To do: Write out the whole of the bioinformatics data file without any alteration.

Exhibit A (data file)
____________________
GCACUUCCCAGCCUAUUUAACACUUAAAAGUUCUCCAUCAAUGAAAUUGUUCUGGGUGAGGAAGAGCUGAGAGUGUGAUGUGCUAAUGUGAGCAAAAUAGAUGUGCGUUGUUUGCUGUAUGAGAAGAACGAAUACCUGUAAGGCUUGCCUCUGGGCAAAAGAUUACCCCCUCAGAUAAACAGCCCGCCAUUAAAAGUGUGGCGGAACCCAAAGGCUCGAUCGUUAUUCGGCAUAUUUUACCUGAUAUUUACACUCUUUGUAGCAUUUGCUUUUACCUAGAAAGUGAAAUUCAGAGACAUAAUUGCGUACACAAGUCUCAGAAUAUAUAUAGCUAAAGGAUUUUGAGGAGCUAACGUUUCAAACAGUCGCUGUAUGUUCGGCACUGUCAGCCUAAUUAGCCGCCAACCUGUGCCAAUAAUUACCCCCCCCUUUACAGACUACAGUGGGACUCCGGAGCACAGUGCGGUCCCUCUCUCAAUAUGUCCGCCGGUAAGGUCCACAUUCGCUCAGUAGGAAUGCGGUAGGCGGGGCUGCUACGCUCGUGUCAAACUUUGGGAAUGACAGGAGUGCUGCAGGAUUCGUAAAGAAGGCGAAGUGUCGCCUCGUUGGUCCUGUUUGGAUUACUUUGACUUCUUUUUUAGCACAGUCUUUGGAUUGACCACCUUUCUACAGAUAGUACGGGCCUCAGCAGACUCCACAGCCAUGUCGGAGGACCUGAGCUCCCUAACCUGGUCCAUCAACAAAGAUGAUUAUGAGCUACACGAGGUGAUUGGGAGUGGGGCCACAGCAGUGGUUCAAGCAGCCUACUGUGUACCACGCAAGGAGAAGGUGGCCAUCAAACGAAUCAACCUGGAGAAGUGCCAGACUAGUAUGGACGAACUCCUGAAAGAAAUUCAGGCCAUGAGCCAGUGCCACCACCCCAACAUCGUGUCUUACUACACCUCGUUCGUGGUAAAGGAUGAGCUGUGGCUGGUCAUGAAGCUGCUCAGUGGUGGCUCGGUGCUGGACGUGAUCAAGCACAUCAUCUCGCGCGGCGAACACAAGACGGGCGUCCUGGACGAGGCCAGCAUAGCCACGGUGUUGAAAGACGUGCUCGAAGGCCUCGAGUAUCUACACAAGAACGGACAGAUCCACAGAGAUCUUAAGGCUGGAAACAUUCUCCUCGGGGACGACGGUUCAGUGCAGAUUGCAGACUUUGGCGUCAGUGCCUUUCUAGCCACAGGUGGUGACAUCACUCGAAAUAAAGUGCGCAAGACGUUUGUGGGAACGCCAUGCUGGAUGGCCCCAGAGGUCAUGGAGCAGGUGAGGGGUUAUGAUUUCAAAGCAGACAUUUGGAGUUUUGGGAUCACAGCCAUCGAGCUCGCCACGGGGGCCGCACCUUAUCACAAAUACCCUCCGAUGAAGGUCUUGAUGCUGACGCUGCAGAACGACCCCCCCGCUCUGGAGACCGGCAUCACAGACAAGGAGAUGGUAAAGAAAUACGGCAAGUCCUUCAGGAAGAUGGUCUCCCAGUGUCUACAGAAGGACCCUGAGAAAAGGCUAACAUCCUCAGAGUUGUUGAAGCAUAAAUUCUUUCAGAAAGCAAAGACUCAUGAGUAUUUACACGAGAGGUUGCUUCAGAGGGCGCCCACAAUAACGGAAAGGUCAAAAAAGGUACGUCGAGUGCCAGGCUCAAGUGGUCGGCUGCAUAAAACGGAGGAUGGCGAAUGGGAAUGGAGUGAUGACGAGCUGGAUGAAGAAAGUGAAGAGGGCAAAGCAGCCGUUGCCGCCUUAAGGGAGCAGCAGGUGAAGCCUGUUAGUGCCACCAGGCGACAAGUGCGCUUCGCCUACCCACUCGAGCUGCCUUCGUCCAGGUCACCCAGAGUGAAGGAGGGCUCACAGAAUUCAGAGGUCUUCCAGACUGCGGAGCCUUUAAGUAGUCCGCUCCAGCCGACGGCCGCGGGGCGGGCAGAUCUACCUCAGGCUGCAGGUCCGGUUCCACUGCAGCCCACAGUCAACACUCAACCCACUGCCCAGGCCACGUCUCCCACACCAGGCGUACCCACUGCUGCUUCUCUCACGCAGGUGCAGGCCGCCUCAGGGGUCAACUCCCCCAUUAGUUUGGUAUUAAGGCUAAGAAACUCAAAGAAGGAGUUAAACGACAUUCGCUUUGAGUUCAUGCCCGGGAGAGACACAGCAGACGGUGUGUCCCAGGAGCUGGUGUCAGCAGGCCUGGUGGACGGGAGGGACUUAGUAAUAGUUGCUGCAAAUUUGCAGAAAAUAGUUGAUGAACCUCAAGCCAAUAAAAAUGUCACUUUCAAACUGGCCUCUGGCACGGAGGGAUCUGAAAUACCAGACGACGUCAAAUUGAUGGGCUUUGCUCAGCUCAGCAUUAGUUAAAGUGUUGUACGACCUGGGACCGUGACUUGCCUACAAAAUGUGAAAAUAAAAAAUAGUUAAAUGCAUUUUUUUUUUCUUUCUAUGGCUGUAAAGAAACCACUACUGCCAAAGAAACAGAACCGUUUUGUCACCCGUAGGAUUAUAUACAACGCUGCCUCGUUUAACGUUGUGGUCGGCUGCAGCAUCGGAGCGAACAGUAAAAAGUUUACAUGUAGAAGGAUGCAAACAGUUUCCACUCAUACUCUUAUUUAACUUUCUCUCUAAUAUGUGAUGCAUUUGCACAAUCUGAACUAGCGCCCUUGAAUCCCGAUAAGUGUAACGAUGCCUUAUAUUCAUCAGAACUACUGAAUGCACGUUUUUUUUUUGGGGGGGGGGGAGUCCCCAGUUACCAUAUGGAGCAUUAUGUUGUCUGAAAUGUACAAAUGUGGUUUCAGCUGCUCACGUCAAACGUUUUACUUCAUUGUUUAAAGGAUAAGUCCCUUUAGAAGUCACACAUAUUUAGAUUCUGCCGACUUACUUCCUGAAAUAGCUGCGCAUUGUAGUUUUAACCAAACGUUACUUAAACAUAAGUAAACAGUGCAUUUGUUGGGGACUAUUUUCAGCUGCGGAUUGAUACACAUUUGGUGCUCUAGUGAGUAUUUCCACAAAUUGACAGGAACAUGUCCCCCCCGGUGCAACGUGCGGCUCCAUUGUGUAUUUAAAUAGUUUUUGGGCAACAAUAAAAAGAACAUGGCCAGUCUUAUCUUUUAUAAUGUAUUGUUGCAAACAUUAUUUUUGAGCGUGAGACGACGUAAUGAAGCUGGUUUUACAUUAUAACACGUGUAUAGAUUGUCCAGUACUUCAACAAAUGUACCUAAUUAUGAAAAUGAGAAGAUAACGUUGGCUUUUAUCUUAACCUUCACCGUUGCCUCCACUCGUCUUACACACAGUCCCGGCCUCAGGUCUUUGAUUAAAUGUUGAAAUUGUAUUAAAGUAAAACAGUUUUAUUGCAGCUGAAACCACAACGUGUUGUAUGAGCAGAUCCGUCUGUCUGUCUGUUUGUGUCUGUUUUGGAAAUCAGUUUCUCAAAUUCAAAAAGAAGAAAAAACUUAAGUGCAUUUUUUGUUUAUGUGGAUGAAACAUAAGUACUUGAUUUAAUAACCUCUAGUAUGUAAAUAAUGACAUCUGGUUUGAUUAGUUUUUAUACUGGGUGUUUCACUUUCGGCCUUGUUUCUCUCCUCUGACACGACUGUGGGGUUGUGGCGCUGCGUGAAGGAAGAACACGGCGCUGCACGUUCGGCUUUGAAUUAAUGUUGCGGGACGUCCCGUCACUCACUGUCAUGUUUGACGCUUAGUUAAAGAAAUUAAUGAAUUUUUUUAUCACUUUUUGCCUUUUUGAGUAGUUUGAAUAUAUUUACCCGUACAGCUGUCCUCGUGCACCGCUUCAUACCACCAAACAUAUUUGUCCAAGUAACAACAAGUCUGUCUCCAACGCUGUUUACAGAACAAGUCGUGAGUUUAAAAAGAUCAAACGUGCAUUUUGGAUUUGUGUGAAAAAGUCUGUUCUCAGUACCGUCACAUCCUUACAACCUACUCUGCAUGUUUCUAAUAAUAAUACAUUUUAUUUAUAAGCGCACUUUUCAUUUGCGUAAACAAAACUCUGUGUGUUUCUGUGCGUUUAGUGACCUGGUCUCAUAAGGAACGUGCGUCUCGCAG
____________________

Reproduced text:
GCACUUCCCAGCCUAUUUAACACUUAAAAGUUCUCCAUCAAUGAAAUUGUUCUGGGUGAGGAAGAGCUGAGAGUGUGAUGUGCUAAUGUGAGCAAAAUAGAUGUGCGUUGUUUGCUGUAUGAGAAGAACGAAUACCUGUAAGGCUUGCCUCUGGGCAAAAGAUUACCCCCUCAGAUAAACAGCCCGCCAUUAAAAGUGUGGCGGAACCCAAAGGCUCGAUCGUUAUUCGGCAUAUUUUACCUGAUAUUUACACUCUUUGUAGCAUUUGCUUUUACCUAGAAAGUGAAAUUCAGAGACAUAAUUGCGUACACAAGUCUCAGAAUAUAUAUAGCUAAAGGAUUUUGAGGAGCUAACGUUUCAAACAGUCGCUGUAUGUUCGGCACUGUCAGCCUAAUUAGCCGCCAACCUGUGCCAAUAAUUACCCCCCCCUUUACAGACUACAGUGGGACUCCGGAGCACAGUGCGGUCCCUCUCUCAAUAUGUCCGCCGGUAAGGUCCACAUUCGCUCAGUAGGAAUGCGGUAGGCGGGGCUGCUACGCUCGUGUCAAACUUUGGGAAUGACAGGAGUGCUGCAGGAUUCGUAAAGAAGGCGAAGUGUCGCCUCGUUGGUCCUGUUUGGAUUACUUUGACUUCUUUUUUAGCACAGUCUUUGGAUUGACCACCUUUCUACAGAUAGUACGGGCCUCAGCAGACUCCACAGCCAUGUCGGAGGACCUGAGCUCCCUAACCUGGUCCAUCAACAAAGAUGAUUAUGAGCUACACGAGGUGAUUGGGAGUGGGGCCACAGCAGUGGUUCAAGCAGCCUACUGUGUACCACGCAAGGAGAAGGUGGCCAUCAAACGAAUCAACCUGGAGAAGUGCCAGACUAGUAUGGACGAACUCCUGAAAGAAAUUCAGGCCAUGAGCCAGUGCCACCACCCCAACAUCGUGUCUUACUACACCUCGUUCGUGGUAAAGGAUGAGCUGUGGCUGGUCAUGAAGCUGCUCAGUGGUGGCUCGGUGCUGGACGUGAUCAAGCACAUCAUCUCGCGCGGCGAACACAAGACGGGCGUCCUGGACGAGGCCAGCAUAGCCACGGUGUUGAAAGACGUGCUCGAAGGCCUCGAGUAUCUACACAAGAACGGACAGAUCCACAGAGAUCUUAAGGCUGGAAACAUUCUCCUCGGGGACGACGGUUCAGUGCAGAUUGCAGACUUUGGCGUCAGUGCCUUUCUAGCCACAGGUGGUGACAUCACUCGAAAUAAAGUGCGCAAGACGUUUGUGGGAACGCCAUGCUGGAUGGCCCCAGAGGUCAUGGAGCAGGUGAGGGGUUAUGAUUUCAAAGCAGACAUUUGGAGUUUUGGGAUCACAGCCAUCGAGCUCGCCACGGGGGCCGCACCUUAUCACAAAUACCCUCCGAUGAAGGUCUUGAUGCUGACGCUGCAGAACGACCCCCCCGCUCUGGAGACCGGCAUCACAGACAAGGAGAUGGUAAAGAAAUACGGCAAGUCCUUCAGGAAGAUGGUCUCCCAGUGUCUACAGAAGGACCCUGAGAAAAGGCUAACAUCCUCAGAGUUGUUGAAGCAUAAAUUCUUUCAGAAAGCAAAGACUCAUGAGUAUUUACACGAGAGGUUGCUUCAGAGGGCGCCCACAAUAACGGAAAGGUCAAAAAAGGUACGUCGAGUGCCAGGCUCAAGUGGUCGGCUGCAUAAAACGGAGGAUGGCGAAUGGGAAUGGAGUGAUGACGAGCUGGAUGAAGAAAGUGAAGAGGGCAAAGCAGCCGUUGCCGCCUUAAGGGAGCAGCAGGUGAAGCCUGUUAGUGCCACCAGGCGACAAGUGCGCUUCGCCUACCCACUCGAGCUGCCUUCGUCCAGGUCACCCAGAGUGAAGGAGGGCUCACAGAAUUCAGAGGUCUUCCAGACUGCGGAGCCUUUAAGUAGUCCGCUCCAGCCGACGGCCGCGGGGCGGGCAGAUCUACCUCAGGCUGCAGGUCCGGUUCCACUGCAGCCCACAGUCAACACUCAACCCACUGCCCAGGCCACGUCUCCCACACCAGGCGUACCCACUGCUGCUUCUCUCACGCAGGUGCAGGCCGCCUCAGGGGUCAACUCCCCCAUUAGUUUGGUAUUAAGGCUAAGAAACUCAAAGAAGGAGUUAAACGACAUUCGCUUUGAGUUCAUGCCCGGGAGAGACACAGCAGACGGUGUGUCCCAGGAGCUGGUGUCAGCAGGCCUGGUGGACGGGAGGGACUUAGUAAUAGUUGCUGCAAAUUUGCAGAAAAUAGUUGAUGAACCUCAAGCCAAUAAAAAUGUCACUUUCAAACUGGCCUCUGGCACGGAGGGAUCUGAAAUACCAGACGACGUCAAAUUGAUGGGCUUUGCUCAGCUCAGCAUUAGUUAAAGUGUUGUACGACCUGGGACCGUGACUUGCCUACAAAAUGUGAAAAUAAAAAAUAGUUAAAUGCAUUUUUUUUUUCUUUCUAUGGCUGUAAAGAAACCACUACUGCCAAAGAAACAGAACCGUUUUGUCACCCGUAGGAUUAUAUACAACGCUGCCUCGUUUAACGUUGUGGUCGGCUGCAGCAUCGGAGCGAACAGUAAAAAGUUUACAUGUAGAAGGAUGCAAACAGUUUCCACUCAUACUCUUAUUUAACUUUCUCUCUAAUAUGUGAUGCAUUUGCACAAUCUGAACUAGCGCCCUUGAAUCCCGAUAAGUGUAACGAUGCCUUAUAUUCAUCAGAACUACUGAAUGCACGUUUUUUUUUUGGGGGGGGGGGAGUCCCCAGUUACCAUAUGGAGCAUUAUGUUGUCUGAAAUGUACAAAUGUGGUUUCAGCUGCUCACGUCAAACGUUUUACUUCAUUGUUUAAAGGAUAAGUCCCUUUAGAAGUCACACAUAUUUAGAUUCUGCCGACUUACUUCCUGAAAUAGCUGCGCAUUGUAGUUUUAACCAAACGUUACUUAAACAUAAGUAAACAGUGCAUUUGUUGGGGACUAUUUUCAGCUGCGGAUUGAUACACAUUUGGUGCUCUAGUGAGUAUUUCCACAAAUUGACAGGAACAUGUCCCCCCCGGUGCAACGUGCGGCUCCAUUGUGUAUUUAAAUAGUUUUUGGGCAACAAUAAAAAGAACAUGGCCAGUCUUAUCUUUUAUAAUGUAUUGUUGCAAACAUUAUUUUUGAGCGUGAGACGACGUAAUGAAGCUGGUUUUACAUUAUAACACGUGUAUAGAUUGUCCAGUACUUCAACAAAUGUACCUAAUUAUGAAAAUGAGAAGAUAACGUUGGCUUUUAUCUUAACCUUCACCGUUGCCUCCACUCGUCUUACACACAGUCCCGGCCUCAGGUCUUUGAUUAAAUGUUGAAAUUGUAUUAAAGUAAAACAGUUUUAUUGCAGCUGAAACCACAACGUGUUGUAUGAGCAGAUCCGUCUGUCUGUCUGUUUGUGUCUGUUUUGGAAAUCAGUUUCUCAAAUUCAAAAAGAAGAAAAAACUUAAGUGCAUUUUUUGUUUAUGUGGAUGAAACAUAAGUACUUGAUUUAAUAACCUCUAGUAUGUAAAUAAUGACAUCUGGUUUGAUUAGUUUUUAUACUGGGUGUUUCACUUUCGGCCUUGUUUCUCUCCUCUGACACGACUGUGGGGUUGUGGCGCUGCGUGAAGGAAGAACACGGCGCUGCACGUUCGGCUUUGAAUUAAUGUUGCGGGACGUCCCGUCACUCACUGUCAUGUUUGACGCUUAGUUAAAGAAAUUAAUGAAUUUUUUUAUCACUUUUUGCCUUUUUGAGUAGUUUGAAUAUAUUUACCCGUACAGCUGUCCUCGUGCACCGCUUCAUACCACCAAACAUAUUUGUCCAAGUAACAACAAGUCUGUCUCCAACGCUGUUUACAGAACAAGUCGUGAGUUUAAAAAGAUCAAACGUGCAUUUUGGAUUUGUGUGAAAAAGUCUGUUCUCAGUACCGUCACAUCCUUACAACCUACUCUGCAUGUUUCUAAUAAUAAUACAUUUUAUUUAUAAGCGCACUUUUCAUUUGCGUAAACAAAACUCUGUGUGUUUCUGUGCGUUUAGUGACCUGGUCUCAUAAGGAACGUGCGUCUCGCAG